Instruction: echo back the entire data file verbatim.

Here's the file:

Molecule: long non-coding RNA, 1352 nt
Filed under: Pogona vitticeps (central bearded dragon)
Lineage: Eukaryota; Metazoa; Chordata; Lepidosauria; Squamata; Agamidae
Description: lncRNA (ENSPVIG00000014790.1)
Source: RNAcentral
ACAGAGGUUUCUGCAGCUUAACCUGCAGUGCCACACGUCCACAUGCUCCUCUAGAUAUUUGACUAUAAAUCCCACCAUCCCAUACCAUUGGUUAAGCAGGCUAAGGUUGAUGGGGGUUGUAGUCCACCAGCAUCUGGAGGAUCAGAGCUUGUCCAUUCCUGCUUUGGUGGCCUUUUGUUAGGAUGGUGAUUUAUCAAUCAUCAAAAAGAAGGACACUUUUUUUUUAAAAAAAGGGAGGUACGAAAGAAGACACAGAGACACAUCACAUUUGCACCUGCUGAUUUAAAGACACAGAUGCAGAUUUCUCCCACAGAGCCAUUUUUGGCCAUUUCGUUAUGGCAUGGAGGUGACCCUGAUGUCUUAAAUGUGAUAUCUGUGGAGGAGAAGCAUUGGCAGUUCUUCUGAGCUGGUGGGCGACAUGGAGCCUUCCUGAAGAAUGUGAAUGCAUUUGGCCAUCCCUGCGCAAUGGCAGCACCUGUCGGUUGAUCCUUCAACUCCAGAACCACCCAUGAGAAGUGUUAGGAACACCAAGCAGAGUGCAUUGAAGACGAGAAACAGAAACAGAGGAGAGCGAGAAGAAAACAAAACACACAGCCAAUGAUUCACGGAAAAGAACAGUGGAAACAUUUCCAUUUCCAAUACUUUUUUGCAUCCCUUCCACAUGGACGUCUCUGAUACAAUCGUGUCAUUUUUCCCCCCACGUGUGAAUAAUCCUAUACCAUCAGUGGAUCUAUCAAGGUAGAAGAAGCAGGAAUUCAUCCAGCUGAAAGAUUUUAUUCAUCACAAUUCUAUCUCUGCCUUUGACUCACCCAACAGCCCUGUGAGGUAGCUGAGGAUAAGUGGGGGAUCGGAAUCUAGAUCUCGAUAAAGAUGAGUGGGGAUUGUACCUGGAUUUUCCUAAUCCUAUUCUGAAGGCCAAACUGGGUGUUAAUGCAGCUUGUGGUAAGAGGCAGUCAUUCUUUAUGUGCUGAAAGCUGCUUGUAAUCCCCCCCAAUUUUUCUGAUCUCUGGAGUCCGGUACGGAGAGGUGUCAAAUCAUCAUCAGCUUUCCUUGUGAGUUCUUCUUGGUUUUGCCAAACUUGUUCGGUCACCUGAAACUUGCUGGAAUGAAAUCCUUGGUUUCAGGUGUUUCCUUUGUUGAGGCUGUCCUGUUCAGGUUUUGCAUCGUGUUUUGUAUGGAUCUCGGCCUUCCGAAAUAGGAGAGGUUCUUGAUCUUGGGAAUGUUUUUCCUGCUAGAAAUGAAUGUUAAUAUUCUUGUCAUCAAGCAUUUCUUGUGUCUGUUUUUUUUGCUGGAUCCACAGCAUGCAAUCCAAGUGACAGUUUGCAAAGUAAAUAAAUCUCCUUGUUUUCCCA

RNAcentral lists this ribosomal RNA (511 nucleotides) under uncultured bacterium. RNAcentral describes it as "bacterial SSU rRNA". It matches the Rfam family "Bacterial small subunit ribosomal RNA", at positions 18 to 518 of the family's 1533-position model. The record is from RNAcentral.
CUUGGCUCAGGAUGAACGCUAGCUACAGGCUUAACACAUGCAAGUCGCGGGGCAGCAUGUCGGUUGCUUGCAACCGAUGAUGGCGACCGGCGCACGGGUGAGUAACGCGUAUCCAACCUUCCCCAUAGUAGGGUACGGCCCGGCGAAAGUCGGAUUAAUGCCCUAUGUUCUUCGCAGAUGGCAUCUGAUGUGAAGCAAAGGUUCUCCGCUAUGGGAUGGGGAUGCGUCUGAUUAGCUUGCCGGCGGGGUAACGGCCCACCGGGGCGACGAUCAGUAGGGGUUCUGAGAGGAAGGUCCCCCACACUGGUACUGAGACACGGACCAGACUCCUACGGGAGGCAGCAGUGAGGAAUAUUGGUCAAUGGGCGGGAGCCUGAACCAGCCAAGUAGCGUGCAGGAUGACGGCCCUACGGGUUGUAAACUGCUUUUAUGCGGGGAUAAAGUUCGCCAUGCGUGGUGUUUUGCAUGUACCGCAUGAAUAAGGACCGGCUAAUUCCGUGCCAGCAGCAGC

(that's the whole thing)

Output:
Molecule: long non-coding RNA, 1352 nt
Filed under: Pogona vitticeps (central bearded dragon)
Lineage: Eukaryota; Metazoa; Chordata; Lepidosauria; Squamata; Agamidae
Description: lncRNA (ENSPVIG00000014790.1)
Source: RNAcentral
ACAGAGGUUUCUGCAGCUUAACCUGCAGUGCCACACGUCCACAUGCUCCUCUAGAUAUUUGACUAUAAAUCCCACCAUCCCAUACCAUUGGUUAAGCAGGCUAAGGUUGAUGGGGGUUGUAGUCCACCAGCAUCUGGAGGAUCAGAGCUUGUCCAUUCCUGCUUUGGUGGCCUUUUGUUAGGAUGGUGAUUUAUCAAUCAUCAAAAAGAAGGACACUUUUUUUUUAAAAAAAGGGAGGUACGAAAGAAGACACAGAGACACAUCACAUUUGCACCUGCUGAUUUAAAGACACAGAUGCAGAUUUCUCCCACAGAGCCAUUUUUGGCCAUUUCGUUAUGGCAUGGAGGUGACCCUGAUGUCUUAAAUGUGAUAUCUGUGGAGGAGAAGCAUUGGCAGUUCUUCUGAGCUGGUGGGCGACAUGGAGCCUUCCUGAAGAAUGUGAAUGCAUUUGGCCAUCCCUGCGCAAUGGCAGCACCUGUCGGUUGAUCCUUCAACUCCAGAACCACCCAUGAGAAGUGUUAGGAACACCAAGCAGAGUGCAUUGAAGACGAGAAACAGAAACAGAGGAGAGCGAGAAGAAAACAAAACACACAGCCAAUGAUUCACGGAAAAGAACAGUGGAAACAUUUCCAUUUCCAAUACUUUUUUGCAUCCCUUCCACAUGGACGUCUCUGAUACAAUCGUGUCAUUUUUCCCCCCACGUGUGAAUAAUCCUAUACCAUCAGUGGAUCUAUCAAGGUAGAAGAAGCAGGAAUUCAUCCAGCUGAAAGAUUUUAUUCAUCACAAUUCUAUCUCUGCCUUUGACUCACCCAACAGCCCUGUGAGGUAGCUGAGGAUAAGUGGGGGAUCGGAAUCUAGAUCUCGAUAAAGAUGAGUGGGGAUUGUACCUGGAUUUUCCUAAUCCUAUUCUGAAGGCCAAACUGGGUGUUAAUGCAGCUUGUGGUAAGAGGCAGUCAUUCUUUAUGUGCUGAAAGCUGCUUGUAAUCCCCCCCAAUUUUUCUGAUCUCUGGAGUCCGGUACGGAGAGGUGUCAAAUCAUCAUCAGCUUUCCUUGUGAGUUCUUCUUGGUUUUGCCAAACUUGUUCGGUCACCUGAAACUUGCUGGAAUGAAAUCCUUGGUUUCAGGUGUUUCCUUUGUUGAGGCUGUCCUGUUCAGGUUUUGCAUCGUGUUUUGUAUGGAUCUCGGCCUUCCGAAAUAGGAGAGGUUCUUGAUCUUGGGAAUGUUUUUCCUGCUAGAAAUGAAUGUUAAUAUUCUUGUCAUCAAGCAUUUCUUGUGUCUGUUUUUUUUGCUGGAUCCACAGCAUGCAAUCCAAGUGACAGUUUGCAAAGUAAAUAAAUCUCCUUGUUUUCCCA

RNAcentral lists this ribosomal RNA (511 nucleotides) under uncultured bacterium. RNAcentral describes it as "bacterial SSU rRNA". It matches the Rfam family "Bacterial small subunit ribosomal RNA", at positions 18 to 518 of the family's 1533-position model. The record is from RNAcentral.
CUUGGCUCAGGAUGAACGCUAGCUACAGGCUUAACACAUGCAAGUCGCGGGGCAGCAUGUCGGUUGCUUGCAACCGAUGAUGGCGACCGGCGCACGGGUGAGUAACGCGUAUCCAACCUUCCCCAUAGUAGGGUACGGCCCGGCGAAAGUCGGAUUAAUGCCCUAUGUUCUUCGCAGAUGGCAUCUGAUGUGAAGCAAAGGUUCUCCGCUAUGGGAUGGGGAUGCGUCUGAUUAGCUUGCCGGCGGGGUAACGGCCCACCGGGGCGACGAUCAGUAGGGGUUCUGAGAGGAAGGUCCCCCACACUGGUACUGAGACACGGACCAGACUCCUACGGGAGGCAGCAGUGAGGAAUAUUGGUCAAUGGGCGGGAGCCUGAACCAGCCAAGUAGCGUGCAGGAUGACGGCCCUACGGGUUGUAAACUGCUUUUAUGCGGGGAUAAAGUUCGCCAUGCGUGGUGUUUUGCAUGUACCGCAUGAAUAAGGACCGGCUAAUUCCGUGCCAGCAGCAGC